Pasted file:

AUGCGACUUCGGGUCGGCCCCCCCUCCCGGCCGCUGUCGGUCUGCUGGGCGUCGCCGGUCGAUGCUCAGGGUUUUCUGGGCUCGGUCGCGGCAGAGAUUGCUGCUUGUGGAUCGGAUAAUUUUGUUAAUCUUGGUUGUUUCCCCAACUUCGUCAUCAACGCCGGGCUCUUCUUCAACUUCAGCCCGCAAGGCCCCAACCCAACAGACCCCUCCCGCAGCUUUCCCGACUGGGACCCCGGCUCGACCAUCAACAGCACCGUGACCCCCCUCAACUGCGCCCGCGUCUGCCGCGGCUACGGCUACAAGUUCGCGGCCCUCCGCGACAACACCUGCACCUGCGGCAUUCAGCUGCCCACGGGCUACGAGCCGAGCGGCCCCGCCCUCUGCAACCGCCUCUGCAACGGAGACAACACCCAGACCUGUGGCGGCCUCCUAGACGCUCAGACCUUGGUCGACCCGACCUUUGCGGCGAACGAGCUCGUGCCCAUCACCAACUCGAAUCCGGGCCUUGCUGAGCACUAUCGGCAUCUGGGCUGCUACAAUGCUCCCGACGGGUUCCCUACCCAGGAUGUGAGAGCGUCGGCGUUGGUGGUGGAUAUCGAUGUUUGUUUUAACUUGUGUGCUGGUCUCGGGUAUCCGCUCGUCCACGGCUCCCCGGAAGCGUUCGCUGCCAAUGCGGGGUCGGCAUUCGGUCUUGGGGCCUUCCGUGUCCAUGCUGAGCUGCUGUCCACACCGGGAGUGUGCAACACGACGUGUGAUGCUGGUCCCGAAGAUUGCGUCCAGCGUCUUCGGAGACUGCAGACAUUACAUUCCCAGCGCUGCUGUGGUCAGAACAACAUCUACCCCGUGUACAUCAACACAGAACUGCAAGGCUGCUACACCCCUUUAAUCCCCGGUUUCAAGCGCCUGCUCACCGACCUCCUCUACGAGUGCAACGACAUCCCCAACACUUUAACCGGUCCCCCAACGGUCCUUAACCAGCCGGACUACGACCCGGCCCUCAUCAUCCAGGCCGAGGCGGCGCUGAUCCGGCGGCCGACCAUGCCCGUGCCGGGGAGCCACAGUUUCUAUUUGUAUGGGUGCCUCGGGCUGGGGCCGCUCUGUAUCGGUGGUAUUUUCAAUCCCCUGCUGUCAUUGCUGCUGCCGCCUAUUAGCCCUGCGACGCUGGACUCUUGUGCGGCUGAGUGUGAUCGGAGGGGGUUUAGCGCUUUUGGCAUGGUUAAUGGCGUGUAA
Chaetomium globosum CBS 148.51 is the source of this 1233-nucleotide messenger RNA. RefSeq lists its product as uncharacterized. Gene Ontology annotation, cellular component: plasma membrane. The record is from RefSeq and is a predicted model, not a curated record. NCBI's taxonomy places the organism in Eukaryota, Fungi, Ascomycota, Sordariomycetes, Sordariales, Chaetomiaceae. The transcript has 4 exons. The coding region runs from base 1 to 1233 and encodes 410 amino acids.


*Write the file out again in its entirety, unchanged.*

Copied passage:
AUGCGACUUCGGGUCGGCCCCCCCUCCCGGCCGCUGUCGGUCUGCUGGGCGUCGCCGGUCGAUGCUCAGGGUUUUCUGGGCUCGGUCGCGGCAGAGAUUGCUGCUUGUGGAUCGGAUAAUUUUGUUAAUCUUGGUUGUUUCCCCAACUUCGUCAUCAACGCCGGGCUCUUCUUCAACUUCAGCCCGCAAGGCCCCAACCCAACAGACCCCUCCCGCAGCUUUCCCGACUGGGACCCCGGCUCGACCAUCAACAGCACCGUGACCCCCCUCAACUGCGCCCGCGUCUGCCGCGGCUACGGCUACAAGUUCGCGGCCCUCCGCGACAACACCUGCACCUGCGGCAUUCAGCUGCCCACGGGCUACGAGCCGAGCGGCCCCGCCCUCUGCAACCGCCUCUGCAACGGAGACAACACCCAGACCUGUGGCGGCCUCCUAGACGCUCAGACCUUGGUCGACCCGACCUUUGCGGCGAACGAGCUCGUGCCCAUCACCAACUCGAAUCCGGGCCUUGCUGAGCACUAUCGGCAUCUGGGCUGCUACAAUGCUCCCGACGGGUUCCCUACCCAGGAUGUGAGAGCGUCGGCGUUGGUGGUGGAUAUCGAUGUUUGUUUUAACUUGUGUGCUGGUCUCGGGUAUCCGCUCGUCCACGGCUCCCCGGAAGCGUUCGCUGCCAAUGCGGGGUCGGCAUUCGGUCUUGGGGCCUUCCGUGUCCAUGCUGAGCUGCUGUCCACACCGGGAGUGUGCAACACGACGUGUGAUGCUGGUCCCGAAGAUUGCGUCCAGCGUCUUCGGAGACUGCAGACAUUACAUUCCCAGCGCUGCUGUGGUCAGAACAACAUCUACCCCGUGUACAUCAACACAGAACUGCAAGGCUGCUACACCCCUUUAAUCCCCGGUUUCAAGCGCCUGCUCACCGACCUCCUCUACGAGUGCAACGACAUCCCCAACACUUUAACCGGUCCCCCAACGGUCCUUAACCAGCCGGACUACGACCCGGCCCUCAUCAUCCAGGCCGAGGCGGCGCUGAUCCGGCGGCCGACCAUGCCCGUGCCGGGGAGCCACAGUUUCUAUUUGUAUGGGUGCCUCGGGCUGGGGCCGCUCUGUAUCGGUGGUAUUUUCAAUCCCCUGCUGUCAUUGCUGCUGCCGCCUAUUAGCCCUGCGACGCUGGACUCUUGUGCGGCUGAGUGUGAUCGGAGGGGGUUUAGCGCUUUUGGCAUGGUUAAUGGCGUGUAA
Chaetomium globosum CBS 148.51 is the source of this 1233-nucleotide messenger RNA. RefSeq lists its product as uncharacterized. Gene Ontology annotation, cellular component: plasma membrane. The record is from RefSeq and is a predicted model, not a curated record. NCBI's taxonomy places the organism in Eukaryota, Fungi, Ascomycota, Sordariomycetes, Sordariales, Chaetomiaceae. The transcript has 4 exons. The coding region runs from base 1 to 1233 and encodes 410 amino acids.